The Declaration, which calls for decisive leadership from countries and organizations across the world, states: “There is a choice. The world of the next 10 years can be one of greater justice, abundance and dignity. Or it can be one of conflict, insecurity and poverty. We are at a turning point.”
The catastrophic impacts of the pandemic, combined with existing issues of conflict, disaster and famine, mean that the world is facing the challenge of reversing “devastating dynamics”, the leaders say.
“People not only need vaccinations – they need access to healthcare workers who are skilled and equipped to deliver adequate medical support. We need to build a world where each community, regardless of where they live, or who they are, has urgent access to vaccinations: not just for COVID-19, but also for the many other diseases that continue to harm and kill. As the pandemic has shown us, in our interdependent world no one is safe until everyone is safe.”
The Declaration calls on world leaders to:
The full text of the Declaration and signatories can be found below.
COVID 19 Treatment Centre in Aden, Yemen. (Picture: ICRC)
Equitable vaccine distribution is a humanitarian imperative
There is a choice. The world of the next 10 years can be one of greater justice, abundance and dignity. Or it can be one of conflict, insecurity and poverty.
We are at a turning point. COVID-19 has been a truly global crisis in which we all have shouldered a burden. In many cases this has caused us to reflect on those longer injustices that have perpetuated in parts of the world where the pandemic is yet another layer of misery, instability and unrest. These inequalities have been exposed and exacerbated by the impact of the pandemic, both between and within countries. The effects will be felt on a global scale for years to come.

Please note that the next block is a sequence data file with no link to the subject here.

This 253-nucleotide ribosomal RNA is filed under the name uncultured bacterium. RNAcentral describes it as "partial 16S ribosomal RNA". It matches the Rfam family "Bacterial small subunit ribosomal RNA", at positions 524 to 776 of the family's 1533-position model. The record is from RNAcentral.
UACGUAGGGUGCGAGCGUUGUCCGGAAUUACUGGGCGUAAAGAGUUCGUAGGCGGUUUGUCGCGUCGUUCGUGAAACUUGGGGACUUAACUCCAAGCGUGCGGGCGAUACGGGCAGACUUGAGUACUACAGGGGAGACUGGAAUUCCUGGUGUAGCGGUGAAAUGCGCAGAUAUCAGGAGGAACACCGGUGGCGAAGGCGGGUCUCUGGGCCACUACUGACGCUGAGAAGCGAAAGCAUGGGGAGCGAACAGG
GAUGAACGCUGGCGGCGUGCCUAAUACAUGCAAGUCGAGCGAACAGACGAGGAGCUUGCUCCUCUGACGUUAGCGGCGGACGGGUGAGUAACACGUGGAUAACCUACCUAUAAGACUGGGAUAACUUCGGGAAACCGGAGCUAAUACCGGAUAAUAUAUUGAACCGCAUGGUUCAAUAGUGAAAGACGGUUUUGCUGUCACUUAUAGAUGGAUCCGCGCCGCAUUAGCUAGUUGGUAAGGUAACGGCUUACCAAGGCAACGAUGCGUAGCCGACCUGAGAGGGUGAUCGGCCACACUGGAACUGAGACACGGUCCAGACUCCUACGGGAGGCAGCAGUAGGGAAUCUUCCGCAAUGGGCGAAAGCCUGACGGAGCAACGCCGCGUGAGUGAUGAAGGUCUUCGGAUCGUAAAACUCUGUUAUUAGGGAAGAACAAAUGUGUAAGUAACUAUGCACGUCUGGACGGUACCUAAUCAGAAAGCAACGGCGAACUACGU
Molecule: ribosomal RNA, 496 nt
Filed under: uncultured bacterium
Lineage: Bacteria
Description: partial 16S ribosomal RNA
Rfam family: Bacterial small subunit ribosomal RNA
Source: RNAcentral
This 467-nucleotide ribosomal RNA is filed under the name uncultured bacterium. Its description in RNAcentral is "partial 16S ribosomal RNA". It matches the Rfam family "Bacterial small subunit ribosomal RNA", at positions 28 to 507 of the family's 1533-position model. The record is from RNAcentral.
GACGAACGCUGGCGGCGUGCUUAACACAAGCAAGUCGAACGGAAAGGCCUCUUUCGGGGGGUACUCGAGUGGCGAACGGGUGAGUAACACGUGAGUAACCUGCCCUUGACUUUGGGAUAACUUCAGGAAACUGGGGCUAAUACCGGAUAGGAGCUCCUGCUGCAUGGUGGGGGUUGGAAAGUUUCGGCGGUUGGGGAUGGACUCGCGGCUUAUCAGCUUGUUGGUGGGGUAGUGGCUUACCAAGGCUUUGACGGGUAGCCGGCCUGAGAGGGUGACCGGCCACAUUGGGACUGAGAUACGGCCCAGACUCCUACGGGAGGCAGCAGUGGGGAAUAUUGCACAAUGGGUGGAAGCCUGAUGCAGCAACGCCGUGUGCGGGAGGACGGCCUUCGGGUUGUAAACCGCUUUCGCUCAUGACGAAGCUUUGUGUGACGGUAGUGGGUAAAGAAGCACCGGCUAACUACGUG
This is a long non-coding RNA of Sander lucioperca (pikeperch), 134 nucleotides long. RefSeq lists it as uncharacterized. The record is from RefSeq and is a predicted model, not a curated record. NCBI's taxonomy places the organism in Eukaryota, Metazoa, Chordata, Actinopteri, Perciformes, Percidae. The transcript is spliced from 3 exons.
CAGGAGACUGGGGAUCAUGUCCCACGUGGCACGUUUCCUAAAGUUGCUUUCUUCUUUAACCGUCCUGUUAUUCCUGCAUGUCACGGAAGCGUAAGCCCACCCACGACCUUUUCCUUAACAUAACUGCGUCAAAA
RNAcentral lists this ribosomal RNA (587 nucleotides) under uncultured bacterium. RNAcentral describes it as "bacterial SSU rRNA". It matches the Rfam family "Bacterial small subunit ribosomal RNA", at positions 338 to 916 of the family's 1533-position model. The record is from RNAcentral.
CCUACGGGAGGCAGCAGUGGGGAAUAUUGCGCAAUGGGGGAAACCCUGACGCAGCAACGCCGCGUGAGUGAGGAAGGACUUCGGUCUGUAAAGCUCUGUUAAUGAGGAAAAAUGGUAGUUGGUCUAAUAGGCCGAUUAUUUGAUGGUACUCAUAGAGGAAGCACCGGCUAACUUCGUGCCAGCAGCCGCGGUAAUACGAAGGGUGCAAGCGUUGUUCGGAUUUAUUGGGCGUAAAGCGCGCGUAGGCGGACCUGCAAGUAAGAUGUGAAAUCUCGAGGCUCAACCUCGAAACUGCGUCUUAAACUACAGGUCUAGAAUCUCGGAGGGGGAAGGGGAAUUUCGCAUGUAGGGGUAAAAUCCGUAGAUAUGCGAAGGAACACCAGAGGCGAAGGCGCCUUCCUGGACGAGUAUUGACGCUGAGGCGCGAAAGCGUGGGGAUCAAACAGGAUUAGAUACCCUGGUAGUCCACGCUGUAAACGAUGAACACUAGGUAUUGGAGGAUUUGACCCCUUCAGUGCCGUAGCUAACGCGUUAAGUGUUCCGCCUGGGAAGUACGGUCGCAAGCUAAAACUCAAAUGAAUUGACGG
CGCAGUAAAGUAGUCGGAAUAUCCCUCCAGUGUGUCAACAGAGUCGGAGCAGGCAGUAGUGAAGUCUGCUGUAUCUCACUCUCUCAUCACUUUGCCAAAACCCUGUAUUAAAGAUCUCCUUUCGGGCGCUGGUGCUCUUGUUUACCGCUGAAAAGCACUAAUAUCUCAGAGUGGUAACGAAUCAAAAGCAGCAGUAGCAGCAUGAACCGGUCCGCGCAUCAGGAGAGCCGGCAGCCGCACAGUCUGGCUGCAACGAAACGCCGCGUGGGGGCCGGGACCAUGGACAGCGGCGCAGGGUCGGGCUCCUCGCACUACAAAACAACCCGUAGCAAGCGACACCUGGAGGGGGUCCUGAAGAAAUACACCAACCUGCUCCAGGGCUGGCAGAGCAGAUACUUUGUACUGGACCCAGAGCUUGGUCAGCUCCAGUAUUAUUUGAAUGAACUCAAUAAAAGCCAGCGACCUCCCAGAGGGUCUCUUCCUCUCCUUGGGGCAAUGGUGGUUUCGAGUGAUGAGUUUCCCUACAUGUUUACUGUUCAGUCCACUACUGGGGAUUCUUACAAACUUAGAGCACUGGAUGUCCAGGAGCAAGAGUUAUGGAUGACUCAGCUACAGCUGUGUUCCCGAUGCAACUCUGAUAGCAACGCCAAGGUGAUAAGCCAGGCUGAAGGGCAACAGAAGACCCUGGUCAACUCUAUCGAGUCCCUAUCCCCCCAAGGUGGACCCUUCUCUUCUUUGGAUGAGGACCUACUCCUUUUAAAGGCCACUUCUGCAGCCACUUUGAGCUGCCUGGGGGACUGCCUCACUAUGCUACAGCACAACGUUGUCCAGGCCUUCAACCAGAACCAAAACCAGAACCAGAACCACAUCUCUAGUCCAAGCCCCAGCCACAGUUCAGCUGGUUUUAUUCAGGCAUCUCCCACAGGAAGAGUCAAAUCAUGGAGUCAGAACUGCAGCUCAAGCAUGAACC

The impact of a catastrophe like the COVID-19 pandemic is measured in the tragedy of individual loss and death, as well as the national and global disruption to almost every part of life. No country in the world has been untouched.
Variants of the virus, potentially more infectious and resistant to vaccines, will continue to threaten us if they are not controlled now.
Those of us who have signed this declaration represent organizations with roots in communities across the world. We work closely with those affected by conflict, disaster and famine, and know the immense challenges they face – but also of their resilience even in the worst of situations.
In 2021, the world economy is facing the worst downturn since 1945. For some countries this will sharply increase poverty and suffering. For others it means hunger and death. The fallout from the pandemic will be with us for a long time to come. There will be a continued economic impact, with all the human suffering that brings. A generation of children, especially girls, have left school and will not return.
The world is facing the challenge of how to reverse these devastating dynamics with health being a key part of such a response. We advocate here for ‘Health for All’, where each person’s life is valued, and every person’s right to healthcare is upheld. People not only need vaccinations – they need access to healthcare workers who are skilled and equipped to deliver adequate medical support.